Kaspa writes: I became a Pureland Buddhist in 2006. I didn’t know anything about Pureland Buddhism at the time. I had been practicing Buddhism for a few years, and then I met Dharmavidya and the Amida community. I knew that I wanted to join this community and have Dharmavidya as my teacher. That was enough.
I learnt about bonbu nature: we are foolish beings of wayward passion; full of greed, hate and delusion. I learnt that Amida Buddha, the Buddha of wisdom and acceptance, loves us just as we are.
I saw the shadow of those teachings. What in medieval Japan was called licensed evil: if we are loved just as we are, if we are going to be reborn in Amida’s Pure Land regardless of our karma, why bother to do good at all?
I tried to make sense of this in the context of the other Buddhist teachings I had received about developing the six parameters, following the precepts, and the idea of helping others which Shantideva talked about in his Bodhisattvas Way of Life, one of my favourite texts back in 2006.
In the just as you are teaching I heard echoes of the Buddha-nature teaching that I had studied in Zen, and struggled to make sense of.
In my practice as a Zen Buddhist, and my early years as a Pureland Buddhist, I had moments of understanding in my heart what these teachings were pointing towards: A deep sense of my own okayness, and the okayness of the world; I glimpsed the world filled with the light of the Buddhas, and filled with love; I felt some deep connection with something that went beyond words.
These experiences crashed into my critical mind. I read about Critical Buddhism in Pruning The Bodhi Tree, and felt deep sympathy for the position of the critical Buddhists. If we are enlightened just as we are, why practice compassion, why try to change ourselves? If the world is perfect just as it is, and we should allow things to unfold naturally (a Taoist idea they critique) why expend energy trying to make a difference?
Shinran said that just because you have the antidote you shouldn’t drink the poison. Those words resonated but that didn’t go far enough to resolve this dilemma for me.
Iris Murdoch wrote that here in the west we have a tendency to want to reduce philosophy down to one single line, to be able to say ‘this is good’. (In Metaphysics as a Guide to Morals, I think.) I understood that there might be more than one ‘good’, and I thought this might offer a way out.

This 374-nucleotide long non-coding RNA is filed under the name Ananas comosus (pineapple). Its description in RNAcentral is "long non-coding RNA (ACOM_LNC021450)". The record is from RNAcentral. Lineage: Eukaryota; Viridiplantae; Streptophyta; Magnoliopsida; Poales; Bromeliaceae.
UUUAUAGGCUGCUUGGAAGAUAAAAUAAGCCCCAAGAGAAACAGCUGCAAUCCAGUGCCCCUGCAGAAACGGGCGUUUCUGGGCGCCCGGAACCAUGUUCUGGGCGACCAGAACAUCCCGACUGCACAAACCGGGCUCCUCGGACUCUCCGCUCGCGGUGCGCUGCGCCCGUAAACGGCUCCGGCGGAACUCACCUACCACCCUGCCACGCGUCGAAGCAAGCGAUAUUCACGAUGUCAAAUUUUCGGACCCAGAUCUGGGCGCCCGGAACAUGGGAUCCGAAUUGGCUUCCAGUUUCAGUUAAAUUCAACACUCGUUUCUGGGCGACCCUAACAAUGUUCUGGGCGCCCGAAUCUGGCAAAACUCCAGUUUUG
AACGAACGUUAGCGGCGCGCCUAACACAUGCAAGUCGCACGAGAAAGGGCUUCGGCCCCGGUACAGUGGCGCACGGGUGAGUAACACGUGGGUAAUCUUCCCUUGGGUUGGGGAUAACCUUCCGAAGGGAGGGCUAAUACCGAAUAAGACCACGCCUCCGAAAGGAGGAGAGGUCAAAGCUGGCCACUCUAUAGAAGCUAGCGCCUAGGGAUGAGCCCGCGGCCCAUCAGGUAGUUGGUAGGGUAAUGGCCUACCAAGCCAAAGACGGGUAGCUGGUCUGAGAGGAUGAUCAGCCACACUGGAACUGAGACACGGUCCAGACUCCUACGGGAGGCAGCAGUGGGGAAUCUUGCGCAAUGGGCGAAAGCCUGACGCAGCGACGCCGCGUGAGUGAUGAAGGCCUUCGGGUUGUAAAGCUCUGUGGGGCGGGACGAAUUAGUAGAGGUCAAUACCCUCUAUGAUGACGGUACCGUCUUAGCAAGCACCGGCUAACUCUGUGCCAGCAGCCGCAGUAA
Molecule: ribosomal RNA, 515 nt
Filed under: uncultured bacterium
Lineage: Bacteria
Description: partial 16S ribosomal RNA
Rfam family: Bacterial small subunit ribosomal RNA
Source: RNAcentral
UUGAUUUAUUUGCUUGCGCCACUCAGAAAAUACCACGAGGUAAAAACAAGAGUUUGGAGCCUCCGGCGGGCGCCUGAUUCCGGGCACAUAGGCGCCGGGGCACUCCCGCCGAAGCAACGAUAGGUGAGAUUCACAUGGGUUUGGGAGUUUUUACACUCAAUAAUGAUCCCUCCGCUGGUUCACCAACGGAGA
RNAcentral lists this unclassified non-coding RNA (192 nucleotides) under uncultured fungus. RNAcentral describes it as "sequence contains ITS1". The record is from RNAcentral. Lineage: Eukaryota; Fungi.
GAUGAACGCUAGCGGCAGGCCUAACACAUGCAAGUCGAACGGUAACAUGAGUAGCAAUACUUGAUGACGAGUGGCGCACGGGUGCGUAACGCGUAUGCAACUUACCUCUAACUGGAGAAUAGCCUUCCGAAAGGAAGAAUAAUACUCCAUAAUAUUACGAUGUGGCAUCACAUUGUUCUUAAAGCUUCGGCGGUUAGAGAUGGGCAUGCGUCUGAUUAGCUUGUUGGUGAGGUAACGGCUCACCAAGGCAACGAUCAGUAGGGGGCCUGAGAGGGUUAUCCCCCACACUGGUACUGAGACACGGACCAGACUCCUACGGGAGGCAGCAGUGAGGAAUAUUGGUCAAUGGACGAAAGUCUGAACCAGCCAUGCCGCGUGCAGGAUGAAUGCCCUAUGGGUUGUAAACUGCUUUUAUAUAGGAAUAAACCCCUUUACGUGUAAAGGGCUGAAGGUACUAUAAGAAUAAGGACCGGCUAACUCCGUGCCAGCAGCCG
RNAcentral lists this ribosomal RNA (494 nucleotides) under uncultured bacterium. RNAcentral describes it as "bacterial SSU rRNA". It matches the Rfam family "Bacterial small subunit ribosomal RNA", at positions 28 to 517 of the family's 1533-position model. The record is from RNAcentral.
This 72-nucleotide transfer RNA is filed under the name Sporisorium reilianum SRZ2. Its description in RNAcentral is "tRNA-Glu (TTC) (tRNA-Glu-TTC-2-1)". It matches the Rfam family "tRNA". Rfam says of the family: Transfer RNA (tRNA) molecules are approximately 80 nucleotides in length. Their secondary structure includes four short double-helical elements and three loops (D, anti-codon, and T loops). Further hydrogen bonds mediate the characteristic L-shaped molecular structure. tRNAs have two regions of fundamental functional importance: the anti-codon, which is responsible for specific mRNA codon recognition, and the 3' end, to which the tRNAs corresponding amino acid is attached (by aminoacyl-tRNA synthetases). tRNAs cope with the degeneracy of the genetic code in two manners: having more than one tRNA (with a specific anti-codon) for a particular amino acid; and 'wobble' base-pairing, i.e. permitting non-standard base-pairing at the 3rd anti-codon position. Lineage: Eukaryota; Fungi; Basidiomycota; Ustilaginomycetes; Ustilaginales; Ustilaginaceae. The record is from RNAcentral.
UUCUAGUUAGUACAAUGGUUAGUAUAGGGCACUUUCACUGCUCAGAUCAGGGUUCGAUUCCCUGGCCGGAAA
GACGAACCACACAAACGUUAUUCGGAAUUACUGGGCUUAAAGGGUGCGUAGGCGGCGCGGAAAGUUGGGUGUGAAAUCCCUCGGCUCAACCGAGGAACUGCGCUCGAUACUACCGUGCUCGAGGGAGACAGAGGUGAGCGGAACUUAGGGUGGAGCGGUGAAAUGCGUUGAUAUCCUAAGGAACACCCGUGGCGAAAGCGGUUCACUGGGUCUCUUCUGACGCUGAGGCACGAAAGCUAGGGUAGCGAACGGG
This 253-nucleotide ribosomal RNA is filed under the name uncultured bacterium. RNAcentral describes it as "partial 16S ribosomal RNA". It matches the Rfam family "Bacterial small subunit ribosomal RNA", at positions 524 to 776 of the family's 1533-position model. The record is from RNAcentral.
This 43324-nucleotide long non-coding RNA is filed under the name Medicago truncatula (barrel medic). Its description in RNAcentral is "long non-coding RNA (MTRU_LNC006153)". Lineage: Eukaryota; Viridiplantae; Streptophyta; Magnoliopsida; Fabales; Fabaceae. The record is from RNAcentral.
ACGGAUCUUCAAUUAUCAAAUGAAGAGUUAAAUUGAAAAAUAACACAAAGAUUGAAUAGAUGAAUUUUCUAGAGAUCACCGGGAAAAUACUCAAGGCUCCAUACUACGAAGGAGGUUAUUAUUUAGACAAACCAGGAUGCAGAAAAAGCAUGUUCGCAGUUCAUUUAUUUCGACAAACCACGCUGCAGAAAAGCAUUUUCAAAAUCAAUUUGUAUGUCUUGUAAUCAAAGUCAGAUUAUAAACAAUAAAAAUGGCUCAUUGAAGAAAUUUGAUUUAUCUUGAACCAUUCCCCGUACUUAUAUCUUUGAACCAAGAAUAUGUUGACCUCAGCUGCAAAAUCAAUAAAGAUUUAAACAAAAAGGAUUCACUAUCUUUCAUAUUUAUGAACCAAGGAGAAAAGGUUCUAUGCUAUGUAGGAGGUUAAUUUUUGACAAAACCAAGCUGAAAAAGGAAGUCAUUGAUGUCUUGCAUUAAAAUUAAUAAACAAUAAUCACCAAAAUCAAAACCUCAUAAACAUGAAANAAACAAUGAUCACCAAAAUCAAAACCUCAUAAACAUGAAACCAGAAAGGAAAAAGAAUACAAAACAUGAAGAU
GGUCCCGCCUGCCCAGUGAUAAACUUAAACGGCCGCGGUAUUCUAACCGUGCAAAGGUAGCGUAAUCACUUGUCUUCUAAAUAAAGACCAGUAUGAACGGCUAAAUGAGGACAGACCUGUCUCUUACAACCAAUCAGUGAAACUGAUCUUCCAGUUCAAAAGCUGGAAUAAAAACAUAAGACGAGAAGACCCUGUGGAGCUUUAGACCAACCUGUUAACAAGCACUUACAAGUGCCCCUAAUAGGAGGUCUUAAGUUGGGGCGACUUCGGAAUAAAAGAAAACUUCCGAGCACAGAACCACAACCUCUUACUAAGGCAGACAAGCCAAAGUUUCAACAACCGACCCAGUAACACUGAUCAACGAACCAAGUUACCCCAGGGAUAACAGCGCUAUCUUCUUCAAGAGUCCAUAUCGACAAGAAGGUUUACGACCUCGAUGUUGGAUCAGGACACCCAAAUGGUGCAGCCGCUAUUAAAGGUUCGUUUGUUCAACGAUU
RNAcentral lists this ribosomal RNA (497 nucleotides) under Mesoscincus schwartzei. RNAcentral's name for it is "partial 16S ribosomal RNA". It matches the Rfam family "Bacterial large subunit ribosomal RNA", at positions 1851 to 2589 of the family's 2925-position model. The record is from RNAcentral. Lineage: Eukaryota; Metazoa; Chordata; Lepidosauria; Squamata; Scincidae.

It’s good to bring yourself into a closer relationship with something that loves you just as you are. And it’s also good to take steps to move beyond just as you are today, towards selflessness.
It’s good to have an experience of Buddha nature or big mind, but it’s also important to integrate that and to hold it within the contexts of the precepts.
For a long time this was enough of a resolution, although I still struggled with some of the Shin and Zen teachings that suggest there is nothing to do.
Last week we celebrated Bodhi day, and here at the temple we hosted a week long retreat. My teacher Dharmavidya led the retreat and in his first dharma talk he showed me the way through this confusion.
We are loved just as we are, he said, and we have total freedom and responsibility for our own lives.
Just like Shakyamuni loved everyone that came before him, but it was the disciples job to make the most of their own lives, we can experience the love of Amida, but how we choose to live is up to us.
Being loved unconditionally by the Buddha means that there is no need to try and manipulate the world in order to receive love. It cuts through a whole layer of selfishness and hands us back the reins of our own life.
There was a great sense of relief in hearing this, as it put into words something I had been struggling to say for some time. It allows room in our practice for both the important mystical experiences of the Pureland Buddhist sages, and the ethical teachings of Shakyamuni Buddha.
We are loved just as we are, regardless of our karma, and we also have the freedom to choose the poison or the antidote.
Dharmavidya said it best in his teaching, and you can watch the whole talk below. The part I am referring too comes about half-way through, but it is worth listening to the whole thing.
This post also appears on Kaspa’s websiteLetters from Nobody.